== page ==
Authorized Music in Worship (Part One)

Jesus commanded us to worship God in spirit and in truth (John 4:24). We must seek to please God in all things because of our love for him. In our worship, we please the Father by connecting with him spiritually and worshiping in truth. Worship demands we submit ourselves to him completely as we bow before the mighty throne of God.
“Deep respect and adoration of God will alter our attitudes, because our worship will be directed toward God and not toward men. Reverence will prevent us from turning our worship into a production designed to please men. We will, instead, see ourselves at the feet of the Almighty God in Heaven.” /1
Prostrating ourselves before God will allow us to follow his word rather than our own. We will be more pliable as we seek to please him above everything.
What kind of music does God authorize in worship to him? Should it include mechanical instruments?
We live under the New Testament and it alone is our authority. The Old Testament was written for our learning but it no longer serves as our authority (Romans 15:4). We live under a new and “better covenant, which was established on better promises” (Hebrews 8:6).
In the Old Testament, instrumental music was indeed used in worship to God (1 Chronicles 23:5; 2 Chronicles 7:6). David invented these instruments to worship the Father (1 Chronicles 23:5; Amos 6:5). However, once the Old Testament ended, we were no longer under the Old Covenant. The worship of animal sacrifices, musical instruments, Levitical priesthood and festivals passed into history. When the New Covenant was established, we were then under its teachings, exclusively.
Instrumental music is never mentioned in the New Testament in the context of the worship of the church. Every time music is mentioned, it is vocal and without instrumental accompaniment (Acts 16:25; Romans 15:9; 1 Corinthians 14:15; Ephesians 5:18-19; Colossians 3:16; James 5:13).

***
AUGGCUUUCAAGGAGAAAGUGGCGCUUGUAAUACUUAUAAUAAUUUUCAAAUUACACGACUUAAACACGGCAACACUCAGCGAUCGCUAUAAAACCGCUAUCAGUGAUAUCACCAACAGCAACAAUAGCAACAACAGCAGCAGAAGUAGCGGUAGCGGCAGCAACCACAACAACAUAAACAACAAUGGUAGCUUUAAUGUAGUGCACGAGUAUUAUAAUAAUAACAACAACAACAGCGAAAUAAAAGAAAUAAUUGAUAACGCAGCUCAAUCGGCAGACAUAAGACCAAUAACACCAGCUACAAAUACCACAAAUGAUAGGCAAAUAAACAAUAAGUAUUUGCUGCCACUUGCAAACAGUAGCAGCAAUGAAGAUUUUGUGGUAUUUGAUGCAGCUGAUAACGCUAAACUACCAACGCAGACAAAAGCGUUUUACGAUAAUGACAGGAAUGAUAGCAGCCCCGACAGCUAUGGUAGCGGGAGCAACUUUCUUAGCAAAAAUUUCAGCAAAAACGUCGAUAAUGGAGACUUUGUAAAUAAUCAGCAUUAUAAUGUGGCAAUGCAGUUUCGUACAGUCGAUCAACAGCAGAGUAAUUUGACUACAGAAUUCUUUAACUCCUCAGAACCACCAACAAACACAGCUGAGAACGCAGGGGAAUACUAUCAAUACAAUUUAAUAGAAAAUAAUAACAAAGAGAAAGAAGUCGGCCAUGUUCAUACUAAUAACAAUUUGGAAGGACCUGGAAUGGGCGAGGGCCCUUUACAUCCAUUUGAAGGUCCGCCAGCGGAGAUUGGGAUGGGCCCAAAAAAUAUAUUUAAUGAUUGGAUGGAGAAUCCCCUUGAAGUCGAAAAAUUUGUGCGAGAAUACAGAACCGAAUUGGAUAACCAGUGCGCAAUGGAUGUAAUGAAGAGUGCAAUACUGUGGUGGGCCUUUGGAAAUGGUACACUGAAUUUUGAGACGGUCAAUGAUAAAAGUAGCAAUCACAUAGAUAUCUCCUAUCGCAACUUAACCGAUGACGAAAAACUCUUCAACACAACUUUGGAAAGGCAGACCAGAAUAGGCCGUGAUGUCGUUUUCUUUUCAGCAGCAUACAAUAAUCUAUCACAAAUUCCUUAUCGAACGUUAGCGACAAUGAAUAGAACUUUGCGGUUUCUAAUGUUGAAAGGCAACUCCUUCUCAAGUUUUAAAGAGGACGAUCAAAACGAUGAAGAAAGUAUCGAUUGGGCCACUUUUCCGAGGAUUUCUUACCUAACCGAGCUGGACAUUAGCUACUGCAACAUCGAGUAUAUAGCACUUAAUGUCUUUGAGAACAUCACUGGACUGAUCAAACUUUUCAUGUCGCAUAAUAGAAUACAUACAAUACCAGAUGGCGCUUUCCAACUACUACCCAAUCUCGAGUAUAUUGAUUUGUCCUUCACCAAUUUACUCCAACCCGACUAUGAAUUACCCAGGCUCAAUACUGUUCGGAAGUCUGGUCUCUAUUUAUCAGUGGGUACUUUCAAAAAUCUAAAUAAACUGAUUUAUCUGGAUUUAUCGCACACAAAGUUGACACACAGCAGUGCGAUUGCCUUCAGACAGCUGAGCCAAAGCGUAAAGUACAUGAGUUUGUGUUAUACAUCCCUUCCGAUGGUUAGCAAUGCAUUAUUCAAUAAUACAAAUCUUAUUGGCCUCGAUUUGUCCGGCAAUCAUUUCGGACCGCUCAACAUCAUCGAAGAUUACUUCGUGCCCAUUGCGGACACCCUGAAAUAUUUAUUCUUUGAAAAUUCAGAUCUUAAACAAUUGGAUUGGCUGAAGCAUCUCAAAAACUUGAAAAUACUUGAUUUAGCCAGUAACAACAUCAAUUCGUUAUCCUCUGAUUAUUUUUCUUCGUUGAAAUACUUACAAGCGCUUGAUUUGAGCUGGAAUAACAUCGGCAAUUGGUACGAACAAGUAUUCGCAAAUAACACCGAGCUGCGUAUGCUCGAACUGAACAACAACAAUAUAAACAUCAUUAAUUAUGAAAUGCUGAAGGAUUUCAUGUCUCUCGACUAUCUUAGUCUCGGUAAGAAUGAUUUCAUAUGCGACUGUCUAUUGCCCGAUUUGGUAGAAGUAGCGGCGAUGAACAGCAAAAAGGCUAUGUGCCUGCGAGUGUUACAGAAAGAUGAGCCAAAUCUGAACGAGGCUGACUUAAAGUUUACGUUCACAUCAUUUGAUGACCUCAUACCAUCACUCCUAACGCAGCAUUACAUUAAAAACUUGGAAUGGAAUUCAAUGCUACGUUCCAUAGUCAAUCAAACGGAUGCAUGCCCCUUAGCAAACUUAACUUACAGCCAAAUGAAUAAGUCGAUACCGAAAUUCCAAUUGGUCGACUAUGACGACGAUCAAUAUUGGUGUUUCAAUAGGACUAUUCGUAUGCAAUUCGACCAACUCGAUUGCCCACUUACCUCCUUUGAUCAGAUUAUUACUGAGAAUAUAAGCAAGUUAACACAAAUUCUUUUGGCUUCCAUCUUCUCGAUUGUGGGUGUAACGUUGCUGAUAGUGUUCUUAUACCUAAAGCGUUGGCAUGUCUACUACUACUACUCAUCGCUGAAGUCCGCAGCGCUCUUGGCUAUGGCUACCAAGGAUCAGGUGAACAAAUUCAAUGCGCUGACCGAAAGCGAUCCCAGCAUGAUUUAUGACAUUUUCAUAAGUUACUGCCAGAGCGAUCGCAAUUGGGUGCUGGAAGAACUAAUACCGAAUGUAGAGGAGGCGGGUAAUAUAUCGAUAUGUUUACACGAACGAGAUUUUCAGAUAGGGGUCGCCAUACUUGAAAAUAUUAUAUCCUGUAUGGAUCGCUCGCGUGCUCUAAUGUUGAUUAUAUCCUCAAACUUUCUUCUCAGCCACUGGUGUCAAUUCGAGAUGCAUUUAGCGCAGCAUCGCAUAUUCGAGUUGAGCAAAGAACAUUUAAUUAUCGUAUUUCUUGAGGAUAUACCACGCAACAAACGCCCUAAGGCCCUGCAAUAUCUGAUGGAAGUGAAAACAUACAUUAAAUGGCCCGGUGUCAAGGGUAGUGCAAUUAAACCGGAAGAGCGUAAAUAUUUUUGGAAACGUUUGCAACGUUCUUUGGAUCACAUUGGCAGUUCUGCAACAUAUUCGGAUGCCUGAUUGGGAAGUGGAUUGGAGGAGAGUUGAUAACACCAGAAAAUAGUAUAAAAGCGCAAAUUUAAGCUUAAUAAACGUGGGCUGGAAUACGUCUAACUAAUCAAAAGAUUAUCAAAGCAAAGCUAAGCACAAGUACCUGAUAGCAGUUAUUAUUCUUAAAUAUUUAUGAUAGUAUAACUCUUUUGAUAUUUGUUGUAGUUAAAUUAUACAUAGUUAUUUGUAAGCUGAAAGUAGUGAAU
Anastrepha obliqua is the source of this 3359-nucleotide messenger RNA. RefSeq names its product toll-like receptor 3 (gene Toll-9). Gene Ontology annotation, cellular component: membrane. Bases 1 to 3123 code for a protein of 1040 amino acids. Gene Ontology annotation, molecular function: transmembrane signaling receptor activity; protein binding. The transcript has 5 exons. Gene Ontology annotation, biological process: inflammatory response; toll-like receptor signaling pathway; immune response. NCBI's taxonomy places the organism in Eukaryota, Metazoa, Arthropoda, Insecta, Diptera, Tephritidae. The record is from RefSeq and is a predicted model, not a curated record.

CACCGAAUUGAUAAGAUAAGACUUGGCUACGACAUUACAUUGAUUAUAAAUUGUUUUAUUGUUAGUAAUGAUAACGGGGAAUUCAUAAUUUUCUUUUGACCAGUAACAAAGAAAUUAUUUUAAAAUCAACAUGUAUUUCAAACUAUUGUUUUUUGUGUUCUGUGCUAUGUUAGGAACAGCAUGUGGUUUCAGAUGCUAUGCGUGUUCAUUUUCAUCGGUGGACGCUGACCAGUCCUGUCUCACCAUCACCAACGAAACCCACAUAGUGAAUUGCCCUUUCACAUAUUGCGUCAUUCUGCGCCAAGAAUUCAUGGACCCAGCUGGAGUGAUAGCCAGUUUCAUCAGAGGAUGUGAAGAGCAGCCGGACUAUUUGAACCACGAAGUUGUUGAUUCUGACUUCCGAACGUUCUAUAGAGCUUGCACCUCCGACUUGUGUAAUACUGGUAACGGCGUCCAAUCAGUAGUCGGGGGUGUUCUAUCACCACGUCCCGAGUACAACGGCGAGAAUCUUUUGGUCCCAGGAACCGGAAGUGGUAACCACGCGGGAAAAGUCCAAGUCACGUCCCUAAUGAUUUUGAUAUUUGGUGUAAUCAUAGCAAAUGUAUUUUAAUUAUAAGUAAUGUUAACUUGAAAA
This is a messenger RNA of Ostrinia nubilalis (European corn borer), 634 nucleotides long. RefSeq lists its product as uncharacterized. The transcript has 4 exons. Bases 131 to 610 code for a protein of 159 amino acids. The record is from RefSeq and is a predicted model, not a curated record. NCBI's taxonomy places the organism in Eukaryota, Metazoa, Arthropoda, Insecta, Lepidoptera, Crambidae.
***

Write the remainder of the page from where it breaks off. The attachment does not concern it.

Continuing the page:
Whether we should utilize instrumental music in worship to God becomes an authority issue. Shall we practice something that the New Testament never authorizes? /2 If God said to sing, then why go beyond what he has given us? Should we practice God’s will or our will?
Often the argument is used that instrumental music is pleasant to the human ear. Human pleasure, as we have established, is not the authority for New Testament worship. /3
Biblical authority is all that is under consideration in this issue. Whether we like music or whether it makes worship more exciting or soothing is immaterial. When we bow for worship at the feet of God, the only thing that matters is what pleases the Father on the throne. The worship of God is not about the worshipers but about the source of the worship.
The picture becomes clearer when we look at authority in light of parenting children. The parent tells the child what they will allow their child to do and that it is non-negotiable. The child then continues to plead with them because they want their way. The parent stands firm and tells the child the consequences of rebellion. We say these are good parents.
Why would this not also be true of God, the Father? Will not God also be firm in what he wants no matter how much we demand our way? God’s authority supersedes any and all desires of men, even in worship.
God loves us and through him we have spiritual life through his graceful blessing. Yet, he has certain things he has asked of us. That is his right as Creator. Because of this grace and love we seek to please him however we can. Worship is no exception.
1/ http://tinyurl.com/ahvsm
2/ http://tinyurl.com/8u83s
3/ http://tinyurl.com/8fdj6


What Kind of Music does the New Testament Call for in Worship?

6 thoughts on “Authorized Music in Worship (Part One)